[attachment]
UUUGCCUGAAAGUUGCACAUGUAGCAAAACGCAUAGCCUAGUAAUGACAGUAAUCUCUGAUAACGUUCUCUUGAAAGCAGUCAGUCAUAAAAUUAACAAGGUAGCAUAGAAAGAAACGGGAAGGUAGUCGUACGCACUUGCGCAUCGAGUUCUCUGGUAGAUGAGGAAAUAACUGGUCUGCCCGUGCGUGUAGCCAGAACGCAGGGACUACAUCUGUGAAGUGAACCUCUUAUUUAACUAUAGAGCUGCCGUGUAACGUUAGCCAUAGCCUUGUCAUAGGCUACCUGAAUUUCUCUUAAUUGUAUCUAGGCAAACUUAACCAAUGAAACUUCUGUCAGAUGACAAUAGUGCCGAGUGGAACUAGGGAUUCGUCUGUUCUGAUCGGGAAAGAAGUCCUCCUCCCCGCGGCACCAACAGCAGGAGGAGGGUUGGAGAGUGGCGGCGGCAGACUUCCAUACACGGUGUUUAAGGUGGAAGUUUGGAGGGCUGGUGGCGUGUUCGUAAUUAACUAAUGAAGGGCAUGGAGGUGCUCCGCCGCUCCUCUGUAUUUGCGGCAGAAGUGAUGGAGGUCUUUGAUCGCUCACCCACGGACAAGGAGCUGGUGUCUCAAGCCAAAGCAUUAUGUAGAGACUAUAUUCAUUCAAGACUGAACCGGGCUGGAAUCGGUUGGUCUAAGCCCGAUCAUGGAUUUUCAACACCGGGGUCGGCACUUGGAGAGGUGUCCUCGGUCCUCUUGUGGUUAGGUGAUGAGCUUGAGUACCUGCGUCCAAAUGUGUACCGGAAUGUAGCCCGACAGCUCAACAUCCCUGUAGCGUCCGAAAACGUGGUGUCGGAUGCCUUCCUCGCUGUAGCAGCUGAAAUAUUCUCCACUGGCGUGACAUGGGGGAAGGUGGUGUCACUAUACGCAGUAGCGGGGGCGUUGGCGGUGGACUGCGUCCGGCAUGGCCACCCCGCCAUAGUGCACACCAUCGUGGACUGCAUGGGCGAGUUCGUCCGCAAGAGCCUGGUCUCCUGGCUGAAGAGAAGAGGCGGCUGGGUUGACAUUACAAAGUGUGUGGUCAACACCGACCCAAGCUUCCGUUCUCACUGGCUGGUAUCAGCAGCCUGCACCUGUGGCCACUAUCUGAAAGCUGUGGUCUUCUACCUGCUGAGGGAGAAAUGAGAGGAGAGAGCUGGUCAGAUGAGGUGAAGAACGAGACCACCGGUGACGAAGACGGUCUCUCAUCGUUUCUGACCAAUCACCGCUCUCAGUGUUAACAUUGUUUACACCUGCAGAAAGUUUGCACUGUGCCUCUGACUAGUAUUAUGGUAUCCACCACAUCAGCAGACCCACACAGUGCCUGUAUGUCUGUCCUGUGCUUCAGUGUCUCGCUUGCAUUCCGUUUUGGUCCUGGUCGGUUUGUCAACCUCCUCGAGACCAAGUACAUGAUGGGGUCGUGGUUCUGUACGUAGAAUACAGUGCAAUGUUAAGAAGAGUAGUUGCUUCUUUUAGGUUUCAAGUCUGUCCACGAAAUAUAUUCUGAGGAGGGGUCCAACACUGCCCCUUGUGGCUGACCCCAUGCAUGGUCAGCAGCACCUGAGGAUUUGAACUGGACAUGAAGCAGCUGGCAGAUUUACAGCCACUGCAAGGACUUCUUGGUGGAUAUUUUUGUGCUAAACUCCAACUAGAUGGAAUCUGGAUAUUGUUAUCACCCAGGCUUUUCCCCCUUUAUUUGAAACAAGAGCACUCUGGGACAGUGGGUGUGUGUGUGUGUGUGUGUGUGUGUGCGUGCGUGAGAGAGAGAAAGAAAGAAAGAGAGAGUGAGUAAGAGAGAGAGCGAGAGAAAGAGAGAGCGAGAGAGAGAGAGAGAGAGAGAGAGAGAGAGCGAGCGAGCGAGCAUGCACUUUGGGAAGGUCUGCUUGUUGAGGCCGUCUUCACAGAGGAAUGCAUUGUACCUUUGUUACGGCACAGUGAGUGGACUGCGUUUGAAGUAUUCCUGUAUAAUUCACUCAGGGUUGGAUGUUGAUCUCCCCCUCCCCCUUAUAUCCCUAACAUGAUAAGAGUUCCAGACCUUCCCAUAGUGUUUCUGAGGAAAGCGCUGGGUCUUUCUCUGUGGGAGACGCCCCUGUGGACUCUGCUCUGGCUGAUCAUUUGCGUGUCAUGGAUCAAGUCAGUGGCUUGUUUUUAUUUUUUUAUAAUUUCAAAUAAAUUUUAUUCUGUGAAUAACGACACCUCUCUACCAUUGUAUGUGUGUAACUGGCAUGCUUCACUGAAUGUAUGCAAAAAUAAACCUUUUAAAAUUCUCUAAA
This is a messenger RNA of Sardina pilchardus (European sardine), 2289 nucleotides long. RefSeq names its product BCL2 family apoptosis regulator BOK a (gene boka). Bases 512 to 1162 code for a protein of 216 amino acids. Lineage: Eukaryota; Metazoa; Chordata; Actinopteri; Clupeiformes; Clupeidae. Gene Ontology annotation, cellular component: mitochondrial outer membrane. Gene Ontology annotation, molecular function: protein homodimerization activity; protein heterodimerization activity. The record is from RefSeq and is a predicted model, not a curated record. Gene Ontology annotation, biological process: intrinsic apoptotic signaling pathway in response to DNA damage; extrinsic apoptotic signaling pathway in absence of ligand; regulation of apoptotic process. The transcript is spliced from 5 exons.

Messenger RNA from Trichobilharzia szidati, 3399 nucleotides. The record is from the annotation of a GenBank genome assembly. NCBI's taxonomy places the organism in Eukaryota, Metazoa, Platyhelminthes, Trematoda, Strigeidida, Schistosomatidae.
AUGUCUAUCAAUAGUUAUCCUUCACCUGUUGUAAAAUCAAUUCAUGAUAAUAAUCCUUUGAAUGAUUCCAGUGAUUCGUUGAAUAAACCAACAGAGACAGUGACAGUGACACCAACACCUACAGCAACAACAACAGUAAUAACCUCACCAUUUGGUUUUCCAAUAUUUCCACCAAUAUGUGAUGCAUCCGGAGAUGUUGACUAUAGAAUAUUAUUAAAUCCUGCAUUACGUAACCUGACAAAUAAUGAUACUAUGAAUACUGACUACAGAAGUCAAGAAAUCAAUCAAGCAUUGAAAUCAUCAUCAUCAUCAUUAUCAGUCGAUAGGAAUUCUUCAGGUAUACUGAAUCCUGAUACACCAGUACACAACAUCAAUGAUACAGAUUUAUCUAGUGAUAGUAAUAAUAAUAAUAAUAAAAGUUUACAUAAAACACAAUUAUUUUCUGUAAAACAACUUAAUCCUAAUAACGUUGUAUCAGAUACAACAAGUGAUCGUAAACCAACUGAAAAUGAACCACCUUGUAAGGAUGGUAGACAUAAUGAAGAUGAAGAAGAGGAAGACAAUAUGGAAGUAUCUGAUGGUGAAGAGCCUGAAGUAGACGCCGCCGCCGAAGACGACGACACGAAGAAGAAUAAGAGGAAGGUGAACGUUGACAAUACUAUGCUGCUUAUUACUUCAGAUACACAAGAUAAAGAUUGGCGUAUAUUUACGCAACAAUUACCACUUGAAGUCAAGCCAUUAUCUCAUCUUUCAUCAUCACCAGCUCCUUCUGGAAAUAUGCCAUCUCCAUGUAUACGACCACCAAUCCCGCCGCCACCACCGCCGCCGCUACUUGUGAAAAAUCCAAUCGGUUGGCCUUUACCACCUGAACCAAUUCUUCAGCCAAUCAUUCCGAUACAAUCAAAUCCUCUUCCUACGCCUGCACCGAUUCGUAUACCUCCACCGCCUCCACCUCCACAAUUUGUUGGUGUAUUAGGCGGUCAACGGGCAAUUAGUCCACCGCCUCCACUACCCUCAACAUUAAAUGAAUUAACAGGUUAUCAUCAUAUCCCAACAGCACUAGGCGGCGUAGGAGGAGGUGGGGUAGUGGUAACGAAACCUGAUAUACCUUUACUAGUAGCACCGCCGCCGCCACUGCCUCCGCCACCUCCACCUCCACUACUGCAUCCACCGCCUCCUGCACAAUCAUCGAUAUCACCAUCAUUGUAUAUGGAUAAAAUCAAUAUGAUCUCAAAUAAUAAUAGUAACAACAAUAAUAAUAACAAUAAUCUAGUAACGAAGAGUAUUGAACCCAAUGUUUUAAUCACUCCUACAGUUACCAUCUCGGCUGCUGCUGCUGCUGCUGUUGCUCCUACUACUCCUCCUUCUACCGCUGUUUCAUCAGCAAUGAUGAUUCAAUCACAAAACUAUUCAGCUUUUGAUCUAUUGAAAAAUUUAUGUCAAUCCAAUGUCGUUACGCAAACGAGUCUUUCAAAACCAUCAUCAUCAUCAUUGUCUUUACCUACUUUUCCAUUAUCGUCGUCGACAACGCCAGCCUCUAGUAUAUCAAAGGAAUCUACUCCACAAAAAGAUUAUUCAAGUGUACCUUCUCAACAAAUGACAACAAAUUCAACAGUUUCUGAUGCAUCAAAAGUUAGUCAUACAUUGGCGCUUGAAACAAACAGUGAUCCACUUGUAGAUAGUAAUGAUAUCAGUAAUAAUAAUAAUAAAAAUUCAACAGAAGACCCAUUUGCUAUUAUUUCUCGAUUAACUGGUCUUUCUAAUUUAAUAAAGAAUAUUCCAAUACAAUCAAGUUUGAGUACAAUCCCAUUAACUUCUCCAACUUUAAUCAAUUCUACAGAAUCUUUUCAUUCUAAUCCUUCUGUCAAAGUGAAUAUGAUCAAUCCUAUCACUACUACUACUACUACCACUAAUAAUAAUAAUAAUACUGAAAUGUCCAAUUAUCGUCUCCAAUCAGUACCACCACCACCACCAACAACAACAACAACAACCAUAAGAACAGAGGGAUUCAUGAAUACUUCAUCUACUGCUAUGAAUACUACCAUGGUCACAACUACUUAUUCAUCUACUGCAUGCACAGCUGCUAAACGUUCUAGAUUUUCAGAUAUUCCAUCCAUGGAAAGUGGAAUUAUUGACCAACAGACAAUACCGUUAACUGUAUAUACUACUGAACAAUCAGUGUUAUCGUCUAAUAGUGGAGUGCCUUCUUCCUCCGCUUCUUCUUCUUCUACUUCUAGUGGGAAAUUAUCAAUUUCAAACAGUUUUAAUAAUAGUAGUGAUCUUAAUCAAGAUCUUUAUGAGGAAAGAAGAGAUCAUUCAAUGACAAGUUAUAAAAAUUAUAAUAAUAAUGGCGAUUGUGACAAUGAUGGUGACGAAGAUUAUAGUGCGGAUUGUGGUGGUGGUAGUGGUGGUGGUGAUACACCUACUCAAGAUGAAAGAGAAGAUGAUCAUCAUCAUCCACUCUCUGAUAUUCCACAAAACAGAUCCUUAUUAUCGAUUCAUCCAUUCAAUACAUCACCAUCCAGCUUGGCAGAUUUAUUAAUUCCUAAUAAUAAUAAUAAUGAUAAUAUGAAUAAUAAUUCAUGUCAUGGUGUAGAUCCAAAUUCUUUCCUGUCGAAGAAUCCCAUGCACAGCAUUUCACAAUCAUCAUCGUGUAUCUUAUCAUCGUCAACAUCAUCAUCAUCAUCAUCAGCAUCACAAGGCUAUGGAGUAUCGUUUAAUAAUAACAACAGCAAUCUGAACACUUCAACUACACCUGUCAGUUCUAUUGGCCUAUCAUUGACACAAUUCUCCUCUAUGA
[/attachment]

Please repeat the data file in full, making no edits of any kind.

UUUGCCUGAAAGUUGCACAUGUAGCAAAACGCAUAGCCUAGUAAUGACAGUAAUCUCUGAUAACGUUCUCUUGAAAGCAGUCAGUCAUAAAAUUAACAAGGUAGCAUAGAAAGAAACGGGAAGGUAGUCGUACGCACUUGCGCAUCGAGUUCUCUGGUAGAUGAGGAAAUAACUGGUCUGCCCGUGCGUGUAGCCAGAACGCAGGGACUACAUCUGUGAAGUGAACCUCUUAUUUAACUAUAGAGCUGCCGUGUAACGUUAGCCAUAGCCUUGUCAUAGGCUACCUGAAUUUCUCUUAAUUGUAUCUAGGCAAACUUAACCAAUGAAACUUCUGUCAGAUGACAAUAGUGCCGAGUGGAACUAGGGAUUCGUCUGUUCUGAUCGGGAAAGAAGUCCUCCUCCCCGCGGCACCAACAGCAGGAGGAGGGUUGGAGAGUGGCGGCGGCAGACUUCCAUACACGGUGUUUAAGGUGGAAGUUUGGAGGGCUGGUGGCGUGUUCGUAAUUAACUAAUGAAGGGCAUGGAGGUGCUCCGCCGCUCCUCUGUAUUUGCGGCAGAAGUGAUGGAGGUCUUUGAUCGCUCACCCACGGACAAGGAGCUGGUGUCUCAAGCCAAAGCAUUAUGUAGAGACUAUAUUCAUUCAAGACUGAACCGGGCUGGAAUCGGUUGGUCUAAGCCCGAUCAUGGAUUUUCAACACCGGGGUCGGCACUUGGAGAGGUGUCCUCGGUCCUCUUGUGGUUAGGUGAUGAGCUUGAGUACCUGCGUCCAAAUGUGUACCGGAAUGUAGCCCGACAGCUCAACAUCCCUGUAGCGUCCGAAAACGUGGUGUCGGAUGCCUUCCUCGCUGUAGCAGCUGAAAUAUUCUCCACUGGCGUGACAUGGGGGAAGGUGGUGUCACUAUACGCAGUAGCGGGGGCGUUGGCGGUGGACUGCGUCCGGCAUGGCCACCCCGCCAUAGUGCACACCAUCGUGGACUGCAUGGGCGAGUUCGUCCGCAAGAGCCUGGUCUCCUGGCUGAAGAGAAGAGGCGGCUGGGUUGACAUUACAAAGUGUGUGGUCAACACCGACCCAAGCUUCCGUUCUCACUGGCUGGUAUCAGCAGCCUGCACCUGUGGCCACUAUCUGAAAGCUGUGGUCUUCUACCUGCUGAGGGAGAAAUGAGAGGAGAGAGCUGGUCAGAUGAGGUGAAGAACGAGACCACCGGUGACGAAGACGGUCUCUCAUCGUUUCUGACCAAUCACCGCUCUCAGUGUUAACAUUGUUUACACCUGCAGAAAGUUUGCACUGUGCCUCUGACUAGUAUUAUGGUAUCCACCACAUCAGCAGACCCACACAGUGCCUGUAUGUCUGUCCUGUGCUUCAGUGUCUCGCUUGCAUUCCGUUUUGGUCCUGGUCGGUUUGUCAACCUCCUCGAGACCAAGUACAUGAUGGGGUCGUGGUUCUGUACGUAGAAUACAGUGCAAUGUUAAGAAGAGUAGUUGCUUCUUUUAGGUUUCAAGUCUGUCCACGAAAUAUAUUCUGAGGAGGGGUCCAACACUGCCCCUUGUGGCUGACCCCAUGCAUGGUCAGCAGCACCUGAGGAUUUGAACUGGACAUGAAGCAGCUGGCAGAUUUACAGCCACUGCAAGGACUUCUUGGUGGAUAUUUUUGUGCUAAACUCCAACUAGAUGGAAUCUGGAUAUUGUUAUCACCCAGGCUUUUCCCCCUUUAUUUGAAACAAGAGCACUCUGGGACAGUGGGUGUGUGUGUGUGUGUGUGUGUGUGUGCGUGCGUGAGAGAGAGAAAGAAAGAAAGAGAGAGUGAGUAAGAGAGAGAGCGAGAGAAAGAGAGAGCGAGAGAGAGAGAGAGAGAGAGAGAGAGAGAGCGAGCGAGCGAGCAUGCACUUUGGGAAGGUCUGCUUGUUGAGGCCGUCUUCACAGAGGAAUGCAUUGUACCUUUGUUACGGCACAGUGAGUGGACUGCGUUUGAAGUAUUCCUGUAUAAUUCACUCAGGGUUGGAUGUUGAUCUCCCCCUCCCCCUUAUAUCCCUAACAUGAUAAGAGUUCCAGACCUUCCCAUAGUGUUUCUGAGGAAAGCGCUGGGUCUUUCUCUGUGGGAGACGCCCCUGUGGACUCUGCUCUGGCUGAUCAUUUGCGUGUCAUGGAUCAAGUCAGUGGCUUGUUUUUAUUUUUUUAUAAUUUCAAAUAAAUUUUAUUCUGUGAAUAACGACACCUCUCUACCAUUGUAUGUGUGUAACUGGCAUGCUUCACUGAAUGUAUGCAAAAAUAAACCUUUUAAAAUUCUCUAAA
This is a messenger RNA of Sardina pilchardus (European sardine), 2289 nucleotides long. RefSeq names its product BCL2 family apoptosis regulator BOK a (gene boka). Bases 512 to 1162 code for a protein of 216 amino acids. Lineage: Eukaryota; Metazoa; Chordata; Actinopteri; Clupeiformes; Clupeidae. Gene Ontology annotation, cellular component: mitochondrial outer membrane. Gene Ontology annotation, molecular function: protein homodimerization activity; protein heterodimerization activity. The record is from RefSeq and is a predicted model, not a curated record. Gene Ontology annotation, biological process: intrinsic apoptotic signaling pathway in response to DNA damage; extrinsic apoptotic signaling pathway in absence of ligand; regulation of apoptotic process. The transcript is spliced from 5 exons.

Messenger RNA from Trichobilharzia szidati, 3399 nucleotides. The record is from the annotation of a GenBank genome assembly. NCBI's taxonomy places the organism in Eukaryota, Metazoa, Platyhelminthes, Trematoda, Strigeidida, Schistosomatidae.
AUGUCUAUCAAUAGUUAUCCUUCACCUGUUGUAAAAUCAAUUCAUGAUAAUAAUCCUUUGAAUGAUUCCAGUGAUUCGUUGAAUAAACCAACAGAGACAGUGACAGUGACACCAACACCUACAGCAACAACAACAGUAAUAACCUCACCAUUUGGUUUUCCAAUAUUUCCACCAAUAUGUGAUGCAUCCGGAGAUGUUGACUAUAGAAUAUUAUUAAAUCCUGCAUUACGUAACCUGACAAAUAAUGAUACUAUGAAUACUGACUACAGAAGUCAAGAAAUCAAUCAAGCAUUGAAAUCAUCAUCAUCAUCAUUAUCAGUCGAUAGGAAUUCUUCAGGUAUACUGAAUCCUGAUACACCAGUACACAACAUCAAUGAUACAGAUUUAUCUAGUGAUAGUAAUAAUAAUAAUAAUAAAAGUUUACAUAAAACACAAUUAUUUUCUGUAAAACAACUUAAUCCUAAUAACGUUGUAUCAGAUACAACAAGUGAUCGUAAACCAACUGAAAAUGAACCACCUUGUAAGGAUGGUAGACAUAAUGAAGAUGAAGAAGAGGAAGACAAUAUGGAAGUAUCUGAUGGUGAAGAGCCUGAAGUAGACGCCGCCGCCGAAGACGACGACACGAAGAAGAAUAAGAGGAAGGUGAACGUUGACAAUACUAUGCUGCUUAUUACUUCAGAUACACAAGAUAAAGAUUGGCGUAUAUUUACGCAACAAUUACCACUUGAAGUCAAGCCAUUAUCUCAUCUUUCAUCAUCACCAGCUCCUUCUGGAAAUAUGCCAUCUCCAUGUAUACGACCACCAAUCCCGCCGCCACCACCGCCGCCGCUACUUGUGAAAAAUCCAAUCGGUUGGCCUUUACCACCUGAACCAAUUCUUCAGCCAAUCAUUCCGAUACAAUCAAAUCCUCUUCCUACGCCUGCACCGAUUCGUAUACCUCCACCGCCUCCACCUCCACAAUUUGUUGGUGUAUUAGGCGGUCAACGGGCAAUUAGUCCACCGCCUCCACUACCCUCAACAUUAAAUGAAUUAACAGGUUAUCAUCAUAUCCCAACAGCACUAGGCGGCGUAGGAGGAGGUGGGGUAGUGGUAACGAAACCUGAUAUACCUUUACUAGUAGCACCGCCGCCGCCACUGCCUCCGCCACCUCCACCUCCACUACUGCAUCCACCGCCUCCUGCACAAUCAUCGAUAUCACCAUCAUUGUAUAUGGAUAAAAUCAAUAUGAUCUCAAAUAAUAAUAGUAACAACAAUAAUAAUAACAAUAAUCUAGUAACGAAGAGUAUUGAACCCAAUGUUUUAAUCACUCCUACAGUUACCAUCUCGGCUGCUGCUGCUGCUGCUGUUGCUCCUACUACUCCUCCUUCUACCGCUGUUUCAUCAGCAAUGAUGAUUCAAUCACAAAACUAUUCAGCUUUUGAUCUAUUGAAAAAUUUAUGUCAAUCCAAUGUCGUUACGCAAACGAGUCUUUCAAAACCAUCAUCAUCAUCAUUGUCUUUACCUACUUUUCCAUUAUCGUCGUCGACAACGCCAGCCUCUAGUAUAUCAAAGGAAUCUACUCCACAAAAAGAUUAUUCAAGUGUACCUUCUCAACAAAUGACAACAAAUUCAACAGUUUCUGAUGCAUCAAAAGUUAGUCAUACAUUGGCGCUUGAAACAAACAGUGAUCCACUUGUAGAUAGUAAUGAUAUCAGUAAUAAUAAUAAUAAAAAUUCAACAGAAGACCCAUUUGCUAUUAUUUCUCGAUUAACUGGUCUUUCUAAUUUAAUAAAGAAUAUUCCAAUACAAUCAAGUUUGAGUACAAUCCCAUUAACUUCUCCAACUUUAAUCAAUUCUACAGAAUCUUUUCAUUCUAAUCCUUCUGUCAAAGUGAAUAUGAUCAAUCCUAUCACUACUACUACUACUACCACUAAUAAUAAUAAUAAUACUGAAAUGUCCAAUUAUCGUCUCCAAUCAGUACCACCACCACCACCAACAACAACAACAACAACCAUAAGAACAGAGGGAUUCAUGAAUACUUCAUCUACUGCUAUGAAUACUACCAUGGUCACAACUACUUAUUCAUCUACUGCAUGCACAGCUGCUAAACGUUCUAGAUUUUCAGAUAUUCCAUCCAUGGAAAGUGGAAUUAUUGACCAACAGACAAUACCGUUAACUGUAUAUACUACUGAACAAUCAGUGUUAUCGUCUAAUAGUGGAGUGCCUUCUUCCUCCGCUUCUUCUUCUUCUACUUCUAGUGGGAAAUUAUCAAUUUCAAACAGUUUUAAUAAUAGUAGUGAUCUUAAUCAAGAUCUUUAUGAGGAAAGAAGAGAUCAUUCAAUGACAAGUUAUAAAAAUUAUAAUAAUAAUGGCGAUUGUGACAAUGAUGGUGACGAAGAUUAUAGUGCGGAUUGUGGUGGUGGUAGUGGUGGUGGUGAUACACCUACUCAAGAUGAAAGAGAAGAUGAUCAUCAUCAUCCACUCUCUGAUAUUCCACAAAACAGAUCCUUAUUAUCGAUUCAUCCAUUCAAUACAUCACCAUCCAGCUUGGCAGAUUUAUUAAUUCCUAAUAAUAAUAAUAAUGAUAAUAUGAAUAAUAAUUCAUGUCAUGGUGUAGAUCCAAAUUCUUUCCUGUCGAAGAAUCCCAUGCACAGCAUUUCACAAUCAUCAUCGUGUAUCUUAUCAUCGUCAACAUCAUCAUCAUCAUCAUCAGCAUCACAAGGCUAUGGAGUAUCGUUUAAUAAUAACAACAGCAAUCUGAACACUUCAACUACACCUGUCAGUUCUAUUGGCCUAUCAUUGACACAAUUCUCCUCUAUGA